Getting Your Food Product into Chain Retail: What does it take?

Getting Your Food Product into Chain Retail: What does it take?

May 22, 2020 By

Consider this hypothetical situation: you’ve got this great food product, maybe it’s one of the best on the market, or perhaps it’s a one of a kind with no real competition to speak of. You’ve got a great marketing strategy and almost all of the mom and pop shops and smaller retailers are carrying the various flavors of your brand. You’ve achieved more than your ex-significant others ever thought possible. So, what is the next step in your quest for retail domination?

Chain Retail stores of course! You’ve been inside one of these stores or restaurants at least once in your life – Walmart, Costco, McDonald’s, Loblaws, Trader Joe’s, Whole Foods, and the list goes on. Retailers such as these sell and service more people in a day than some local markets can in one year’s time. Today, we will be exploring the basic and more detailed requirements of getting your product onto the shelves and becoming a preferred supplier to a chain retail store.

The Food Safety Program

The first question that always comes up in the initial line of assessment from a chain retail brand is “do you have a food safety plan in place for your facility?”. As a minimum, any chain retail store will at least request that a supplier has a Hazard Analysis and Critical Control Points (HACCP) Plan and Good Manufacturing Practices (GMP) in place. One of the biggest risks for chain retail brands are the recalls precipitated by either illness or injury associated with products sold within their stores. Having a food safety program in place assures the retailer that you have processes in place to help ensure your products are safe for consumption.

GFSI Certification

Depending on your product and competition, sometimes not just any food safety program is enough. The highest level of food safety standards in the world are those associated with the Global Food Safety Initiative (GFSI). If you are the food industry, you’ve likely already heard all of these acronyms before – SQF (Safe Quality Food), BRC (Brand Reputation Compliance), IFS (International Featured Standard), FSSC (Food Safety System Certification) 22000, among others. SQF is the most recognized standard in the United States and Australia, with BRC being well recognized in Europe. In Canada, it is an even mix between certification standards with BRC and SQF leading the way. These certification standards take a further step in providing assurance to retailers because they include more stringent requirements including those associated with not just safety, but the quality of the final product.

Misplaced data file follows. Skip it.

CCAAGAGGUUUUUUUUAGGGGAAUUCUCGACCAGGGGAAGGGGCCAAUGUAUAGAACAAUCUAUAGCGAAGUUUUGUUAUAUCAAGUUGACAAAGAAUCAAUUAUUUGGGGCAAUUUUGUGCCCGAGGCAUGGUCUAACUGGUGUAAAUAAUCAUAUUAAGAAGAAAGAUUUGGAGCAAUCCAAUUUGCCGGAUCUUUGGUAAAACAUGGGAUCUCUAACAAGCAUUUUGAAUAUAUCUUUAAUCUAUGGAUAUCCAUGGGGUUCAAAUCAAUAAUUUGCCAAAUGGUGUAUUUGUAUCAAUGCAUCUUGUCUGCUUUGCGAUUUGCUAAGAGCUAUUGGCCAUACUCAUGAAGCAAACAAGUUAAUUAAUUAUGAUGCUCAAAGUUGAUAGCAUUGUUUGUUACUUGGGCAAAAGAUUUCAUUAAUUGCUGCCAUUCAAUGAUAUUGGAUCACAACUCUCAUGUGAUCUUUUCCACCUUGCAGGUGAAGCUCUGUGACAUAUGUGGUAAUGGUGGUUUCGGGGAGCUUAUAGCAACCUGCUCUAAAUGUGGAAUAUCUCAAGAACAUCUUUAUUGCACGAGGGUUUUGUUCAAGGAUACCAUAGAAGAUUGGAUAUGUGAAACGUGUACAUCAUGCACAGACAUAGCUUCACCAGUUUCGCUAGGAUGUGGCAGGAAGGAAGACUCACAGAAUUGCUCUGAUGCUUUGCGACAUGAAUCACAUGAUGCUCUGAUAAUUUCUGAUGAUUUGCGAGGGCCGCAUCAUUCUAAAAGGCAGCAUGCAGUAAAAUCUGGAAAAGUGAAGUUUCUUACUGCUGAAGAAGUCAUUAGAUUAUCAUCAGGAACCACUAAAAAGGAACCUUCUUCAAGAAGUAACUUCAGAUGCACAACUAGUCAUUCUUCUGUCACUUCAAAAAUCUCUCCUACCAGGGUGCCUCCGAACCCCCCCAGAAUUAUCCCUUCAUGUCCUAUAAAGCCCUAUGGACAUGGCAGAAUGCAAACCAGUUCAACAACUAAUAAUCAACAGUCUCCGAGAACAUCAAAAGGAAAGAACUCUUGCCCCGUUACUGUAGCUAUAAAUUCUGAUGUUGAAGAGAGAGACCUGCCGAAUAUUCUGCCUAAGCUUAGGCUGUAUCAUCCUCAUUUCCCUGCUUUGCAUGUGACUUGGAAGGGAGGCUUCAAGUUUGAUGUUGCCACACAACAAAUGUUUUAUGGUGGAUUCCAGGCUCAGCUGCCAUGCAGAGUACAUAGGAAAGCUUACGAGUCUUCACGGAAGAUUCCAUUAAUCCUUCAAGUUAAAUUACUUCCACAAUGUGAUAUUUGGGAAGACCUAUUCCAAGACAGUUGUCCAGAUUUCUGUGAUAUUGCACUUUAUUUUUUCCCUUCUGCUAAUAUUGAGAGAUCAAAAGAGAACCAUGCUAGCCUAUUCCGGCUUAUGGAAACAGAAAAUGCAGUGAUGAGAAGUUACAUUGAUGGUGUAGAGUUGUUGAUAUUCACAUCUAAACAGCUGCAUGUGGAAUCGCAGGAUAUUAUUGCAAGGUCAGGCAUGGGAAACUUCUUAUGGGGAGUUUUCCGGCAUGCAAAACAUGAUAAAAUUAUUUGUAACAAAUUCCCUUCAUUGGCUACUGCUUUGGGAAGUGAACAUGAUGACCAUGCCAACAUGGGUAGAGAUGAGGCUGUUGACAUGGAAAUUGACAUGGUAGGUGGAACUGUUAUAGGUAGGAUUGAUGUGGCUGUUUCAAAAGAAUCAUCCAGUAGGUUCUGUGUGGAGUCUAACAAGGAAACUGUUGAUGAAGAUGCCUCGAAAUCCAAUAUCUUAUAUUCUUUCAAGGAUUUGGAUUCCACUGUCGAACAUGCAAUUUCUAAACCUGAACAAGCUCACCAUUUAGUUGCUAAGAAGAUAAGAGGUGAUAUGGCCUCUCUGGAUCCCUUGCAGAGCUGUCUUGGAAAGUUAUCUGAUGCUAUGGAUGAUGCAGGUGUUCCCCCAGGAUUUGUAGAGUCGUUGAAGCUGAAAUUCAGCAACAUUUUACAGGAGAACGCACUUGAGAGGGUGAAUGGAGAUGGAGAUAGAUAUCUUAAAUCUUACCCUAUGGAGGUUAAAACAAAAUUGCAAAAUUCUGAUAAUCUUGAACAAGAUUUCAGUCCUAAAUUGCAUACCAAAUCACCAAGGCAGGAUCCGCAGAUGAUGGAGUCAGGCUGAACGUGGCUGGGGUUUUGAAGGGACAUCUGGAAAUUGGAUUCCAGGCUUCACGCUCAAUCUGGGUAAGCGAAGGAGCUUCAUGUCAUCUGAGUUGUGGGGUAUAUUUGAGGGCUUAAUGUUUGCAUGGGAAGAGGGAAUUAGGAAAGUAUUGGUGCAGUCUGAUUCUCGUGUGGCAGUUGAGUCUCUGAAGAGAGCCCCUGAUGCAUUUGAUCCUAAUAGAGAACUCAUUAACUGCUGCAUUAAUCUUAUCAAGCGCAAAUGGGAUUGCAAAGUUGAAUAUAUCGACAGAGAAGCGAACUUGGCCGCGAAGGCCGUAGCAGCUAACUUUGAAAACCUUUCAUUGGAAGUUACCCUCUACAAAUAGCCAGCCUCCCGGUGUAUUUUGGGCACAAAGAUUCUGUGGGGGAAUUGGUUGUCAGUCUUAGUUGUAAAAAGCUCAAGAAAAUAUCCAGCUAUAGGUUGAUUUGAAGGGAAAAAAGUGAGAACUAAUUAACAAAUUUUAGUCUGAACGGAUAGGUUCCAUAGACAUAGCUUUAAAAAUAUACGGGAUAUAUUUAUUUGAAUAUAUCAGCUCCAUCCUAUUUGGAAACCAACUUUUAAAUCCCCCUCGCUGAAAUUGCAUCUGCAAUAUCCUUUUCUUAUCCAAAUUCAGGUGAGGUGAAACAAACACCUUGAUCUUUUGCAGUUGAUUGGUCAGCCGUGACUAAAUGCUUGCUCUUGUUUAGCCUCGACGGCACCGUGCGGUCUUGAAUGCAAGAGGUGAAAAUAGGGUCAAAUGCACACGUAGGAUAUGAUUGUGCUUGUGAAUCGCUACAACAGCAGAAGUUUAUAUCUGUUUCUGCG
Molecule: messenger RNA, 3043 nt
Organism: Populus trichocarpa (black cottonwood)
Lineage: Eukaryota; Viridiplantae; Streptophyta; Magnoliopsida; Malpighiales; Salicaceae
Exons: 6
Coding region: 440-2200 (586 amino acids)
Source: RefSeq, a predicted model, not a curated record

Product Certifications

Based on your product composition and process of manufacture, some large chain retailers may require that you prove any claims associated with your product. This could include claims such as organic, gluten-free, Non-GMO, halal, and kosher. A retailer may ask you to have a certification body conduct a certification audit to verify these claims. These may be in the form of on-site assessments or documentation submissions and reviews.


Just when you thought that there couldn’t possible be more standards that you’d have to meet, certain suppliers have their own audits or addendum’s to GFSI audits. These audits and addendum’s may not all be satisfied by your existing food safety plans or certifications and in some circumstances make items that in other standards are optional, mandatory. For example, while a risk assessment may identify that your process does not need a metal detector or Personal Protective Equipment (PPE), a supplier audit or addendum may require that you have these in place regardless of assessment.

Process Changes

In some instances, if you are planning on making a private label product or commodity specifically for a retailer, you may be asked to make operational changes necessary to follow their guidelines, and prove compliance. Instances may include increased / additional testing requirements, more stringent critical limits for sanitizers or metal detectors, and completing verification checks more frequently. To mitigate your product’s risk to their supply chain, brand retailers may also request many additional checks of your process and include site visits and/or audits from their supplier approval team.

dicentra has worked on both sides, assisting retailers with their supplier approval process as well as preparing our clients for Retailer and GFSI audits. This makes us experts in understanding the requirements and getting suppliers approved. If you require any assistance in regards to getting your product or process set up to meet chain retail requirements, feel free to contact us today!